ECTRIMS Online Library. De Meo E. Oct 12, 2018; 228964; P1124
Ermelinda De Meo
Ermelinda De Meo
Contributions
Abstract

Abstract: P1124

Type: Poster Sessions

Abstract Category: Pathology and pathogenesis of MS - MRI and PET

Background: At short-medium term, pediatric multiple sclerosis (MS) patients have a more favorable clinical course than adult ones. However, only a few studies have investigated the pathobiological basis of such a different clinical outcome. Against this background we aimed at exploring structural and functional MRI substrates underlying clinical differences between pediatric and adult MS patients.
Methods: Using a 3T scanner, brain dual-echo, 3DT1-weighted and resting state (RS) functional MRI (fMRI) scans were acquired from 31 pediatric (pedMS) and 30 adult MS (adMS) patients at baseline and after a mean follow-up of 3.2 years. Twenty-six pediatric and 30 adult healthy controls (HC) were also enrolled. Voxel-based and tensor-based morphometry were used to assess patterns of gray matter (GM) volume and their modifications, while RS functional connectivity (FC) was evaluated using independent component analysis. Correlations between MRI and clinical variables were explored using multiple regression models.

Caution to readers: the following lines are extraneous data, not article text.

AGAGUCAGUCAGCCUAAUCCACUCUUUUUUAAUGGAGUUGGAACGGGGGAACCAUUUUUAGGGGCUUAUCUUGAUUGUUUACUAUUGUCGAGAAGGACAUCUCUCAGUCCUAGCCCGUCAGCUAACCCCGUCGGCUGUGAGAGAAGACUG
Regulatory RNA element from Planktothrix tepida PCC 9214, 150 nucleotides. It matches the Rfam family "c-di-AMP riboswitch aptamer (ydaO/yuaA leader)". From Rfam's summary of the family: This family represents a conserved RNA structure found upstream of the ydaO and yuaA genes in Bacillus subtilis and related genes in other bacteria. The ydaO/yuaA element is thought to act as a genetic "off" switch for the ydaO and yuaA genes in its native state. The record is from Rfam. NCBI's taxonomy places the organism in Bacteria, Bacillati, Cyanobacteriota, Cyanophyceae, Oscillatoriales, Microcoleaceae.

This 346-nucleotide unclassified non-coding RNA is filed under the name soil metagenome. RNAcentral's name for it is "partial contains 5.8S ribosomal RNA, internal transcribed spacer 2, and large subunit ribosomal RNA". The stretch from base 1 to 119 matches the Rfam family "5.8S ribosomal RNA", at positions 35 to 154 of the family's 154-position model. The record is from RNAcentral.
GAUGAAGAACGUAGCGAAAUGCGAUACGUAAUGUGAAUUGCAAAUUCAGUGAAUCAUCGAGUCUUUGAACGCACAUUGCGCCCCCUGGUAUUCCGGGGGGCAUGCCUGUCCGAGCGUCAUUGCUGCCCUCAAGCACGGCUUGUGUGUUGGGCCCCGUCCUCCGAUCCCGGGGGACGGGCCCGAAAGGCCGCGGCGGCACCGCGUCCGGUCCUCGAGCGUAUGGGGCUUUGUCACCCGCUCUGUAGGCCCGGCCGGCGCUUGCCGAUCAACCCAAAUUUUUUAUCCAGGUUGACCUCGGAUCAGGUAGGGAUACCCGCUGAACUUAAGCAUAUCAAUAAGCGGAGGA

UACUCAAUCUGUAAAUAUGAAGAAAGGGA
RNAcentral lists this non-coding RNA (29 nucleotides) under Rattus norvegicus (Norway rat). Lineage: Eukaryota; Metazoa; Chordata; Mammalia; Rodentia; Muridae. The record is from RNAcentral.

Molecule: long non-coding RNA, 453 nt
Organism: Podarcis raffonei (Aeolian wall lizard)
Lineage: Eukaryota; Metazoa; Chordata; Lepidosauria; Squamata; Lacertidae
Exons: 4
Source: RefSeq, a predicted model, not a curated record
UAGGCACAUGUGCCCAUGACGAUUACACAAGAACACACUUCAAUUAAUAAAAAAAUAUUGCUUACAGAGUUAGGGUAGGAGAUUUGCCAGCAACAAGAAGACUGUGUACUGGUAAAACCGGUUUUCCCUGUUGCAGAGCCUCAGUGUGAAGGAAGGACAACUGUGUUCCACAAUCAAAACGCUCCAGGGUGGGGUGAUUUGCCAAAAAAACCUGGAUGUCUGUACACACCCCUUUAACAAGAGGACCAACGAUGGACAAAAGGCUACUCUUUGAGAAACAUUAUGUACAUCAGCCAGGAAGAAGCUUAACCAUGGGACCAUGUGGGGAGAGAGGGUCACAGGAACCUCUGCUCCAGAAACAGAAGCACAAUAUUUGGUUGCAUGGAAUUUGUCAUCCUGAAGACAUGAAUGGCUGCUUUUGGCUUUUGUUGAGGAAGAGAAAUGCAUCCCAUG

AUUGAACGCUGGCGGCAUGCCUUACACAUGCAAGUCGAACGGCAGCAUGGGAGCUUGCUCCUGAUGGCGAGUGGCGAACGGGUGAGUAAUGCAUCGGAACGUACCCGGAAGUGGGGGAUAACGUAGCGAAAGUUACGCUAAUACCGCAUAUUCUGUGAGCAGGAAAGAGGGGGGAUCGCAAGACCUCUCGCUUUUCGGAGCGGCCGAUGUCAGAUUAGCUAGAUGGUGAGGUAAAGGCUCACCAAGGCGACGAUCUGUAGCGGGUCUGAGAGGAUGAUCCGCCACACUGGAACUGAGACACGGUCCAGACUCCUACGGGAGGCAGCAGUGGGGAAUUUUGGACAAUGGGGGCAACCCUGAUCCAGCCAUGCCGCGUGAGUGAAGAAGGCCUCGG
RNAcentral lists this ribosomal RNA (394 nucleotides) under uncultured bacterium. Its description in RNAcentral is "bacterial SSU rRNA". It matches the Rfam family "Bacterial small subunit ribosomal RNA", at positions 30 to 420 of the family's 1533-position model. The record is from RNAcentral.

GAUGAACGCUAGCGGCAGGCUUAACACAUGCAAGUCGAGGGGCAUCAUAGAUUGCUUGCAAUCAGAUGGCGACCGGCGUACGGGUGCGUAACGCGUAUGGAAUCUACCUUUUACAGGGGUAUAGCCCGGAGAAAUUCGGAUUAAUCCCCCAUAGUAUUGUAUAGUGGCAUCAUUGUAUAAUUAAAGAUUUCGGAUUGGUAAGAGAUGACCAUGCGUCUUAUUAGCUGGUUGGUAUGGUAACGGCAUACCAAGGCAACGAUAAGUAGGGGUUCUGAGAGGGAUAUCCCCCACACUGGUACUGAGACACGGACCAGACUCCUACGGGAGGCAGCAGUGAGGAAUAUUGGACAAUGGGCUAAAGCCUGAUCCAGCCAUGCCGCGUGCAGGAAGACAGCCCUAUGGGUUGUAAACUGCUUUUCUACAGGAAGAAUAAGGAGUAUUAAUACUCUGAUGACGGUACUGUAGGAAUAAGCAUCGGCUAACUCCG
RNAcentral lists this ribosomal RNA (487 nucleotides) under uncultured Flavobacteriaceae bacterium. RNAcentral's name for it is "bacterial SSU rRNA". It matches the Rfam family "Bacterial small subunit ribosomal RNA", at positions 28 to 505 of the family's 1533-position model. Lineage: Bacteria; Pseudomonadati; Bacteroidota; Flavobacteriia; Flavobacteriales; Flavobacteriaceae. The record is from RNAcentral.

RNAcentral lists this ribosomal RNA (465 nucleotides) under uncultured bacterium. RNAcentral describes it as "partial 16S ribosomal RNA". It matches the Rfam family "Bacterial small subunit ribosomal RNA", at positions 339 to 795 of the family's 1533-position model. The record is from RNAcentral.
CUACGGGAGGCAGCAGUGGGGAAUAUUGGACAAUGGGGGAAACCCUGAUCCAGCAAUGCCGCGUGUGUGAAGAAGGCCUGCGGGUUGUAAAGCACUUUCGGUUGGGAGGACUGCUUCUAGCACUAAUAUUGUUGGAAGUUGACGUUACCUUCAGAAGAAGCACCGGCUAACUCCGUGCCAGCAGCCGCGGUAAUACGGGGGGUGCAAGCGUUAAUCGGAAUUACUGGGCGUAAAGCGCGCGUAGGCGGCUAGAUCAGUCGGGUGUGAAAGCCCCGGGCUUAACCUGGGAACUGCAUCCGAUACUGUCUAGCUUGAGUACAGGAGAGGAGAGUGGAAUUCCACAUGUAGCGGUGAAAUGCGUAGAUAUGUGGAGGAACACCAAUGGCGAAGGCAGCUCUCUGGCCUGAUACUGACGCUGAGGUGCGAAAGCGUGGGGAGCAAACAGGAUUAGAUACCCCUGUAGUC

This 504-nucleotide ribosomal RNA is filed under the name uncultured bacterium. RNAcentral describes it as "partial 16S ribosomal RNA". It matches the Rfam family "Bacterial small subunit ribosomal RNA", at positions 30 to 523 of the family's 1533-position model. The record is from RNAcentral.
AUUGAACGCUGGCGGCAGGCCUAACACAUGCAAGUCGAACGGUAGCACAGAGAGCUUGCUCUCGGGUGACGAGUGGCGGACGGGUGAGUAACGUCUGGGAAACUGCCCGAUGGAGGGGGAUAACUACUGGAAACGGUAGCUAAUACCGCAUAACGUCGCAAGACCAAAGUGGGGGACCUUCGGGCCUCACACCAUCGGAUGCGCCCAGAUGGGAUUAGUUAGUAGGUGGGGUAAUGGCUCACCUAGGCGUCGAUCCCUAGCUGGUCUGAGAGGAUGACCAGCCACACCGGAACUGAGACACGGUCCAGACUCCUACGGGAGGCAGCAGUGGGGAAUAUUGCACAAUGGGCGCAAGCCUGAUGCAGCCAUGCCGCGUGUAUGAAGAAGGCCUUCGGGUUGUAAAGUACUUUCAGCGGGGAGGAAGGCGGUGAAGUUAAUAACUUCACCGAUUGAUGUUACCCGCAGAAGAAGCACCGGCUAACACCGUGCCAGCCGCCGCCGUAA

Results: At baseline, excluding age-related differences, compared to adMS, pedMS patients showed higher volumes of temporal, parietal and occipital regions. During the follow-up, compared to adMS, pedMS showed more significant GM atrophy in several frontal and parietal regions, with sparing of bilateral cerebellum and postcentral gyrus, left middle frontal gyrus and supplementary motor area. Both at baseline and follow-up, compared to adMS, pedMS showed brain regions with increased and decreased RS FC in default mode network, sensorimotor network, executive control network and salience network. During the follow-up, EDSS remained stable in pedMS and worsened in adMS. EDSS changes in adMS were correlated with RS FC modifications, but not with GM volume changes.